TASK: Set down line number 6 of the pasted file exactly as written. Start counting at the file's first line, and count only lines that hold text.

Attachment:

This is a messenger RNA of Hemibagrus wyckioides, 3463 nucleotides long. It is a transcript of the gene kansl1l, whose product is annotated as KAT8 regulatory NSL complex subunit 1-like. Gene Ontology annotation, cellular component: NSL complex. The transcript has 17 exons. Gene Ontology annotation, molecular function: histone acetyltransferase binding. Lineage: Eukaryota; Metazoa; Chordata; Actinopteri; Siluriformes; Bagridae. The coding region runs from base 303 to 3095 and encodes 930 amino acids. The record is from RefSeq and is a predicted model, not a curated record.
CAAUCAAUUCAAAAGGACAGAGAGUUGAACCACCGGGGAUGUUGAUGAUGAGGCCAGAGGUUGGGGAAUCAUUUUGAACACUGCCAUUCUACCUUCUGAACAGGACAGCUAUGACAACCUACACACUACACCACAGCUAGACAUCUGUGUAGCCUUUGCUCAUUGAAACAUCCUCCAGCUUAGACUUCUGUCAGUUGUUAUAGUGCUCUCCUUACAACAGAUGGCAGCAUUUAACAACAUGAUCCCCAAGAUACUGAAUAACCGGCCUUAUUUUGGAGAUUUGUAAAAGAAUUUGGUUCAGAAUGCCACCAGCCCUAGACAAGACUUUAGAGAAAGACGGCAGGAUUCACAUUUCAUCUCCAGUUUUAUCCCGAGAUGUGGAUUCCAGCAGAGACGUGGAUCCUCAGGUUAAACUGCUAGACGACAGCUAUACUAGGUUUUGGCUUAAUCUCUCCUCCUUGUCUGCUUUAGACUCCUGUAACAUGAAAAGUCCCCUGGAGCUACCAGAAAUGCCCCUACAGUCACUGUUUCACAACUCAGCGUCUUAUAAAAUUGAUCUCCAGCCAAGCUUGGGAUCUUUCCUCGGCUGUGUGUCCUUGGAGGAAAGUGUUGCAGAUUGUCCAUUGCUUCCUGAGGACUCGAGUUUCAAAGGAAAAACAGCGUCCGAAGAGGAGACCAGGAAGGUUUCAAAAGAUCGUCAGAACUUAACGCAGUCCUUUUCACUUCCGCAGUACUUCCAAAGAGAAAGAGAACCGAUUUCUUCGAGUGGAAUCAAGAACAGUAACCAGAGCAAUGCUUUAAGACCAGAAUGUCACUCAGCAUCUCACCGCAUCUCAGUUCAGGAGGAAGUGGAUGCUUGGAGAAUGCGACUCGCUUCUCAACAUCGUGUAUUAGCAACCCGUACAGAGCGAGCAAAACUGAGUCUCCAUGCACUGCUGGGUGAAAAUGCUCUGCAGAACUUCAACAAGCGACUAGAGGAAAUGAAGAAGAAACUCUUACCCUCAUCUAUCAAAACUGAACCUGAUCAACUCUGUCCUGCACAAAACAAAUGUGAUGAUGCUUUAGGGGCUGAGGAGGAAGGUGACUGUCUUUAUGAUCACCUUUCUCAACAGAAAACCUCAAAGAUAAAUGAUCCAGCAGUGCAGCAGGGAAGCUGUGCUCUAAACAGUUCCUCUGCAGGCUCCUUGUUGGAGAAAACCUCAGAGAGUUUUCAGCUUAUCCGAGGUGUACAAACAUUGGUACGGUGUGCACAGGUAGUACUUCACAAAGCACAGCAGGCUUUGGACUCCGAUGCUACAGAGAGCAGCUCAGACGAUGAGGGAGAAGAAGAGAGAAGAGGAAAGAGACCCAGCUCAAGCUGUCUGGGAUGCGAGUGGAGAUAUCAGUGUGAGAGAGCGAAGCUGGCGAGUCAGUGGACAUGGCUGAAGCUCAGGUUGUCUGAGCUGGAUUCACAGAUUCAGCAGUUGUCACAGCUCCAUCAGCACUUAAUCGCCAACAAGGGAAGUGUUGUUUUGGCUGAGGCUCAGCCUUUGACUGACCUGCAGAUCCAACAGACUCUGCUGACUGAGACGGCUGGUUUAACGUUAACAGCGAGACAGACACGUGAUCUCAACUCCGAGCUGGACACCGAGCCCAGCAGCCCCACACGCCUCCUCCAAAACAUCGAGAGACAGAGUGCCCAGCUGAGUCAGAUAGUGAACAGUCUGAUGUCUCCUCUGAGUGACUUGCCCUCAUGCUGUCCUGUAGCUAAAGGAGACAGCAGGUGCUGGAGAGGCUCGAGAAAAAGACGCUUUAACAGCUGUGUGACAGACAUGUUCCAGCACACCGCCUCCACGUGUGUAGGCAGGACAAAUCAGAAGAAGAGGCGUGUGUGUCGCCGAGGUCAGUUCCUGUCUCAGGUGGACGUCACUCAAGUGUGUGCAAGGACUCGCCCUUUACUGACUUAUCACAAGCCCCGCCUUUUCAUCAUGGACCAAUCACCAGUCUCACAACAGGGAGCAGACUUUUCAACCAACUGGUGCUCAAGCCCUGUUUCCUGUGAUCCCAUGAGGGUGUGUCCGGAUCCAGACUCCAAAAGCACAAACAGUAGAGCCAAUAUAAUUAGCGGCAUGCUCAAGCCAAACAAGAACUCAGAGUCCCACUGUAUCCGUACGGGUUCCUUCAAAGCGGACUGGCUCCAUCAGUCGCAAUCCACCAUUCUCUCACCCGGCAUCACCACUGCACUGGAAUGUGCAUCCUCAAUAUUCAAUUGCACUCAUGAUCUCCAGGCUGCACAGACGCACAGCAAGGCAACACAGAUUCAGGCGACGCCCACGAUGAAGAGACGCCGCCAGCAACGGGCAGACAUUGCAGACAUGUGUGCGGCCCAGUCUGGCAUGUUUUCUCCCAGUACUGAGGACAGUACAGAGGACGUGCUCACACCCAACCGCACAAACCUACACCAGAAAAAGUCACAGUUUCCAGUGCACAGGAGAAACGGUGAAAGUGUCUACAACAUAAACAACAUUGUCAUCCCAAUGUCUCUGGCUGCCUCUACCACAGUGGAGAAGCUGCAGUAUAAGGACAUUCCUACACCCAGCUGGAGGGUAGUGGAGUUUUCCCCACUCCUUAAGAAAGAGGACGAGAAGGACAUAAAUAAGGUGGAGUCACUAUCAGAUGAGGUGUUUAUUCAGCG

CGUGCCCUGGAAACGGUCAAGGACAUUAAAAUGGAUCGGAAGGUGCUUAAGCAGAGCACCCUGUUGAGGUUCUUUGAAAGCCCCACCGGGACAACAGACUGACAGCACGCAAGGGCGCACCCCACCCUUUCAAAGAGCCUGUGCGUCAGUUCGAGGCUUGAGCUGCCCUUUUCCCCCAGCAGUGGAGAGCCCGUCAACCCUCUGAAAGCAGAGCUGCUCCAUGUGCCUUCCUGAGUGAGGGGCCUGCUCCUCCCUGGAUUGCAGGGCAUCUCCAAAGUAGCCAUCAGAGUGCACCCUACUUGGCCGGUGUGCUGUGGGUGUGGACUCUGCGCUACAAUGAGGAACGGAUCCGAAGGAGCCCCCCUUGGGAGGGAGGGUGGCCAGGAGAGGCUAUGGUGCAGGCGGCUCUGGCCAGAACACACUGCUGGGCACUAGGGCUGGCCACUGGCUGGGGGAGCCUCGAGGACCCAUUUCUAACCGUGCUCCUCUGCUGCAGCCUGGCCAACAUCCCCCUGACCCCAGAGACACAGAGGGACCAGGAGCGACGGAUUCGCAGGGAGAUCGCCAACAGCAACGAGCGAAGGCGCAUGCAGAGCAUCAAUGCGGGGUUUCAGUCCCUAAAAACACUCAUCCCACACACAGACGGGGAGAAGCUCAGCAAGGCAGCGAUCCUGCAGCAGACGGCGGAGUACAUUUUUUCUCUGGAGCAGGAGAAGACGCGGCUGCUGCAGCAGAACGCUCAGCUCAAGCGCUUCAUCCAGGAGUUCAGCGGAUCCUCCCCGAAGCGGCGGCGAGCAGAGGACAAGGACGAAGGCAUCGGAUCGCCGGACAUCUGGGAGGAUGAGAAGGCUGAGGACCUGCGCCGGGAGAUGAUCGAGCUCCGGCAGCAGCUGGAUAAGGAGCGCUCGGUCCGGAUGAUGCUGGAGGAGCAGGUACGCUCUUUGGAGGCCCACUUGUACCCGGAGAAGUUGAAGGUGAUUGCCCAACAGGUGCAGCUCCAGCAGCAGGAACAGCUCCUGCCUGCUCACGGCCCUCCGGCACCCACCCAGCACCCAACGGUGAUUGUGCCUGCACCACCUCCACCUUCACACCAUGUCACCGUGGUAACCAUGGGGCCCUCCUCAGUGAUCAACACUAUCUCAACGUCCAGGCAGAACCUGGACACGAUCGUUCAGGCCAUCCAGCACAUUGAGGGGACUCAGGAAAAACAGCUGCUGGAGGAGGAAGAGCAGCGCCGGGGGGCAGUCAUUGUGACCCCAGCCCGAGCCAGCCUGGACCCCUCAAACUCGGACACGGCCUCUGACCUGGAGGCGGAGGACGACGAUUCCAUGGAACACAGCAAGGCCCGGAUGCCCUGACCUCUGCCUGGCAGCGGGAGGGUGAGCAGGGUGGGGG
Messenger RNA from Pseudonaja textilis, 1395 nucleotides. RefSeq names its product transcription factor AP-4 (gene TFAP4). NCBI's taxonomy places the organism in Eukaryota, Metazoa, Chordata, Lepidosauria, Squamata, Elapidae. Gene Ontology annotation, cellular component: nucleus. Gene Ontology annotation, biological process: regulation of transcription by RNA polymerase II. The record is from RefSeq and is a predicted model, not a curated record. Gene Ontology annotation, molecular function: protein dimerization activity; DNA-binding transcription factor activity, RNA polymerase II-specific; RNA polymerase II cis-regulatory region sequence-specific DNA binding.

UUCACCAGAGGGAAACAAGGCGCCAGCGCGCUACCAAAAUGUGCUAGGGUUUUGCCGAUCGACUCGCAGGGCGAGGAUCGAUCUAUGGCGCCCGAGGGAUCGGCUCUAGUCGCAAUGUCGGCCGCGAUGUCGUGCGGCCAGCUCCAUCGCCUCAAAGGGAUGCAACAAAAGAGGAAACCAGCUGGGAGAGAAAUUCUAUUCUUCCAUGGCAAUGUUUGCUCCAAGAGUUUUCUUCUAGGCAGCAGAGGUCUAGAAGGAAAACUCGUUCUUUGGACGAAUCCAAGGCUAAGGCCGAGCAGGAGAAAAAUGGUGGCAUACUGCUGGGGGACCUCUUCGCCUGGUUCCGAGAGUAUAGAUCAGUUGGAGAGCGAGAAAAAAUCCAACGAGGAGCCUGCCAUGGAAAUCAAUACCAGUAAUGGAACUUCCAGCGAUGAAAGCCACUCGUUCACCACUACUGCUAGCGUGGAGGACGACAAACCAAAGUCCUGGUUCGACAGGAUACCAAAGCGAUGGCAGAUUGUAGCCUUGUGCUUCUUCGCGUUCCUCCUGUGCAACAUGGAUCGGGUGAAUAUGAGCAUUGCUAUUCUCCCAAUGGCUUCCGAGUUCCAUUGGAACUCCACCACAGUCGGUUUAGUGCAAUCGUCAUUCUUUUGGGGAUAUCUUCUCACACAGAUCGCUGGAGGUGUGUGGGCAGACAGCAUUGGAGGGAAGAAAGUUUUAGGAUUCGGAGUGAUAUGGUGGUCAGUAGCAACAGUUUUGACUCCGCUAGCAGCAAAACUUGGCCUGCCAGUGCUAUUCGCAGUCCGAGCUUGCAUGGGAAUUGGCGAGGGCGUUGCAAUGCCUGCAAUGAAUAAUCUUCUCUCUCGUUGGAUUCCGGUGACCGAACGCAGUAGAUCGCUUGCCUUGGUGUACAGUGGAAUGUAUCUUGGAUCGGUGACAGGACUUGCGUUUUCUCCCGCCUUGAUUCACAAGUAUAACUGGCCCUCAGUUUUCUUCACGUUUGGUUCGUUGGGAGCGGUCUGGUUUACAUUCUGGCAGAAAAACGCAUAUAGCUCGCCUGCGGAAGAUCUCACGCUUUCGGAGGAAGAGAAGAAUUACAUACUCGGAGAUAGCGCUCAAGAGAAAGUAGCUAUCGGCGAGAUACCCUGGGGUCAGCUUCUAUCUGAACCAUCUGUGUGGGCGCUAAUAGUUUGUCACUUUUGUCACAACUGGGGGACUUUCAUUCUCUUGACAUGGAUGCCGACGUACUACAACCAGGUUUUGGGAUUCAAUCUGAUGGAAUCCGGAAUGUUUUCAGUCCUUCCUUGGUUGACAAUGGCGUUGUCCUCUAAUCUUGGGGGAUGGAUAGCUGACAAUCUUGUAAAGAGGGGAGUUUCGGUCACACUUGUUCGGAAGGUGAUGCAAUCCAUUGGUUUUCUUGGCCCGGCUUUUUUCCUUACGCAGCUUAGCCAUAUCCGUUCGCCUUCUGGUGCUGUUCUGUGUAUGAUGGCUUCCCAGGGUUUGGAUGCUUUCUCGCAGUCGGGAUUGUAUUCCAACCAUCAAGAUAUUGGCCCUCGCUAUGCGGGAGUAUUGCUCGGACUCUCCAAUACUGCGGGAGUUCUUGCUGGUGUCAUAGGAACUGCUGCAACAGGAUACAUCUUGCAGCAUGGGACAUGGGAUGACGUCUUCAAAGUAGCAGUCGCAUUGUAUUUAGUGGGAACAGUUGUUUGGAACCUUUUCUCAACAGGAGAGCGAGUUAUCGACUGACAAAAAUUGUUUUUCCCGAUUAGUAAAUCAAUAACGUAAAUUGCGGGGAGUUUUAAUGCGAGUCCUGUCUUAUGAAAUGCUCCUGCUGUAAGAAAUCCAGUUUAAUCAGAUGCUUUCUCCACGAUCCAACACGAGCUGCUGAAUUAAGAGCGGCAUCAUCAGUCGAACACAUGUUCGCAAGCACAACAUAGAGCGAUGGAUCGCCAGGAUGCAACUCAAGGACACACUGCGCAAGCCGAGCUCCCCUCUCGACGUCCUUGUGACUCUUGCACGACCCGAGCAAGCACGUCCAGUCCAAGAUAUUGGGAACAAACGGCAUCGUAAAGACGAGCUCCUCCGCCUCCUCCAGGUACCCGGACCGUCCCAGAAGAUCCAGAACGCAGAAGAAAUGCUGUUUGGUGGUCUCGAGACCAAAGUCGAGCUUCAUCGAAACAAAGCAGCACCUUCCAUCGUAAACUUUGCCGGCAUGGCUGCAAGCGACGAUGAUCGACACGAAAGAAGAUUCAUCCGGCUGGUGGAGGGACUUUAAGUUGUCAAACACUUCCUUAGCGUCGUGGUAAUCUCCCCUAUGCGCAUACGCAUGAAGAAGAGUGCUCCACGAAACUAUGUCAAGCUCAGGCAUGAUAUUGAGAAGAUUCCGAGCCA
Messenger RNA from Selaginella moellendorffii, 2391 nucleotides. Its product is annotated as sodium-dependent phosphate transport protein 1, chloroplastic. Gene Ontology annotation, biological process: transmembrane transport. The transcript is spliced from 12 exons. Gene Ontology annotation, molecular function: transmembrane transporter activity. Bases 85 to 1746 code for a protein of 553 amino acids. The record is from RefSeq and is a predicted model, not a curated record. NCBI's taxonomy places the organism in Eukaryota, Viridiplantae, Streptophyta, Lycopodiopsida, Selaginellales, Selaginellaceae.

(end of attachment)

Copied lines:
Messenger RNA from Selaginella moellendorffii, 2391 nucleotides. Its product is annotated as sodium-dependent phosphate transport protein 1, chloroplastic. Gene Ontology annotation, biological process: transmembrane transport. The transcript is spliced from 12 exons. Gene Ontology annotation, molecular function: transmembrane transporter activity. Bases 85 to 1746 code for a protein of 553 amino acids. The record is from RefSeq and is a predicted model, not a curated record. NCBI's taxonomy places the organism in Eukaryota, Viridiplantae, Streptophyta, Lycopodiopsida, Selaginellales, Selaginellaceae.